You are here:

Urgent and emergency care services in England

Visting an A&E department

An A&E department (also known as emergency department or casualty) deals with genuine life-threatening emergencies, such as:

Less severe injuries can be treated in urgent care centres or minor injuries units (MIUs). An A&E is not an alternative to a GP appointment. If your GP practice is closed you can call NHS 111, which will direct you to the best local service to treat your injury. Alternatively, you can visit an NHS walk-in centre (WIC), which will also treat minor illnesses without an appointment.

How to find your nearest A&E?

Not all hospitals have an A&E department. You can use the find services search on this site to see if there is one near you. Alternatively, many hospitals have their own website and generally describe the urgent and emergency care services they offer.

If you dialled 999 for an ambulance and you have to be taken to hospital, then the ambulance team will take you to the most appropriate A&E – this may not be the closest. Find out more about making 999 emergency calls.

What happens at A&E?

A&E departments offer access 24 hours a day, 365 days a year. A&E staff include paramedics, A&E nurses, diagnostic radiographers, A&E reception staff, porters, healthcare assistants and emergency medicine doctors. Medical staff are highly trained in all aspects of emergency medicine.

1. Register

If you arrive by ambulance, the ambulance crew will report to the hospital on arrival. If you are seriously ill, the staff will already know because the ambulance crew will have alerted them en route. If you’re not in a life-threatening or serious condition, you will be prioritised by the A&E hospital team along with other patients waiting to be seen – arriving by ambulance does not necessarily mean you will be seen sooner than if you had walked in to A&E.

If you go to A&E by yourself, you’ll need to register first. You’ll be asked a few questions such as name and address but also why you are visiting A&E. If you have been at the hospital before the registrar may also check your health records.

Some hospitals have a separate children’s A&E department where medical staff are specially trained to deal with children’s health issues. You may be asked to go straight to the children’s area where you can register and be assessed.

If you need special assistance because of a physical or mental disability then you should let the registrar know right away. The hospital may be able to call a Learning Disabilities Liaison, a member of their liaison psychiatry team, or provide any other assistance you or your carer may need.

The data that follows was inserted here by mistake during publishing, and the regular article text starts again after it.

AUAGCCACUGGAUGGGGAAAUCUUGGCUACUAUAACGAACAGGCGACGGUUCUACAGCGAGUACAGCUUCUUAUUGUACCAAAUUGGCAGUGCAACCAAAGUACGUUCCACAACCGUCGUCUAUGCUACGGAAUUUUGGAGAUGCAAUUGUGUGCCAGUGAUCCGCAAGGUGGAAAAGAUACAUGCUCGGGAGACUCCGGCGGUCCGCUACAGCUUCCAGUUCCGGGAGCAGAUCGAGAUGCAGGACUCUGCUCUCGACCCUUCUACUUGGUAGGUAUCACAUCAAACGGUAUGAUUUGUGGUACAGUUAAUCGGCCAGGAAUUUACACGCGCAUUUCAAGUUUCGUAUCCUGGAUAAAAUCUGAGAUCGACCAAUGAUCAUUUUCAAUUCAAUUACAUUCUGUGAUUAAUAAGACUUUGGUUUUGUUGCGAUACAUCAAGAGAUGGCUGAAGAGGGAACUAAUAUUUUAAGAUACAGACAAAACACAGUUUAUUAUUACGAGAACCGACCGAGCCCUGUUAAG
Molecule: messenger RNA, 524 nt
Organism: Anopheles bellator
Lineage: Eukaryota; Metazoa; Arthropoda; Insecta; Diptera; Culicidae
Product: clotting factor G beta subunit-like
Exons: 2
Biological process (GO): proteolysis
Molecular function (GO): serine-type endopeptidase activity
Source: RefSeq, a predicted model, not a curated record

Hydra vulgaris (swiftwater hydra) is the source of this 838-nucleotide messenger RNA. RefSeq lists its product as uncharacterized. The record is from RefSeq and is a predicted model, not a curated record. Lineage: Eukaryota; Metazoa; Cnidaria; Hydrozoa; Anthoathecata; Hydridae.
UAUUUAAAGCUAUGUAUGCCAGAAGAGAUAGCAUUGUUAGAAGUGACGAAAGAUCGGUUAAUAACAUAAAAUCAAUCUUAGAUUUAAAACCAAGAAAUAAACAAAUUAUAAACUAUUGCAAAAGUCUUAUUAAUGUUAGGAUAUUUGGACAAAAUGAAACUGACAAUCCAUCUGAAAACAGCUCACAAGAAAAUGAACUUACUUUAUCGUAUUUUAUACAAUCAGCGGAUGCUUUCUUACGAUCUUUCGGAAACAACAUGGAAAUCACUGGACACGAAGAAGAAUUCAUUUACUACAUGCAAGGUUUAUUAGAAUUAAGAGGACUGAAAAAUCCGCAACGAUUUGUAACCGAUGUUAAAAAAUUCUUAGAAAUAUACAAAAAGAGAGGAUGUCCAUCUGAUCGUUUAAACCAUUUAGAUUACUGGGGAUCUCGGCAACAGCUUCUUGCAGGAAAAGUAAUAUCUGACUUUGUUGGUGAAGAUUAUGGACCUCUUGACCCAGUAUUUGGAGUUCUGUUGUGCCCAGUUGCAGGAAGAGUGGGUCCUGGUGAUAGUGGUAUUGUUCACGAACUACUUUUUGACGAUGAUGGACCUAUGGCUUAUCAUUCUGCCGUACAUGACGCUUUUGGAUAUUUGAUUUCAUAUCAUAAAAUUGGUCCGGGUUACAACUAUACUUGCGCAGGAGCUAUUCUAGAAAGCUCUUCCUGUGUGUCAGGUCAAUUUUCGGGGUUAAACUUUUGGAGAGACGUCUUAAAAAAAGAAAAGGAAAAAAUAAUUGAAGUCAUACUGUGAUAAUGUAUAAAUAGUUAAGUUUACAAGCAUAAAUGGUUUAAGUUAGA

Once you’ve registered, you’ll be asked to wait until you are called for your assessment.

2. Assessment – triage

Once you have registered you’ll generally be pre-assessed by a nurse or doctor before further actions are taken. This is called triage and will ensure people with the most serious conditions are seen first.

3. Treatment, transfer or discharge

What happens next depends on the results of your assessment. Sometimes further tests need to be arranged before a course of action can be decided.

If the nurse or doctor feels your situation is not a serious accident or emergency, you may be sent to a nearby urgent care centre, minor injuries unit or referred to a GP on site. This will reduce the waiting queue in A&E and at the same time allows you (the patient with the lesser injury) to be treated quickly too. 

The waiting time target for patients in A&E is currently set to four hours from arrival to admission, transfer or discharge. However, not all hospitals have urgent care centres associated which means people with minor injuries may have a longer wait until they are seen.

In some cases you may be sent home and asked to arrange for a GP referral or you may be given a prescription and send home. Either way, the hospital will inform your GP that you have been to A&E.

If your situation is more complicated, you may be seen by an A&E doctor or referred to a specialist unit. For example, this could happen for eye problems, strokes or emergency gynaecology.

Page last reviewed: 14/09/2015

Next review due: 14/09/2017

Find A&E services near you

Key stats

  • 18.3 million people accessed A&E departments in 2012/2013
  • 64.1% of patients refer themselves to A&E
  • Out of all A&E attendees 7.9 million were under the age of 29
  • Just under half of all A&E attendances were male
  • 4.4 million patients arrive at A&E via ambulance or helicopter
  • 10.8 million of all attendances were discharged
  • 3.8 million of all attendances were admitted to hospital

 

When to dial 999?

Get advice on first aid and when to dial 999, including what information to pass on to emergency response units

They went to A&E for what?

Watch this series of videos featuring real-life examples of the silliest reasons why people visit A&E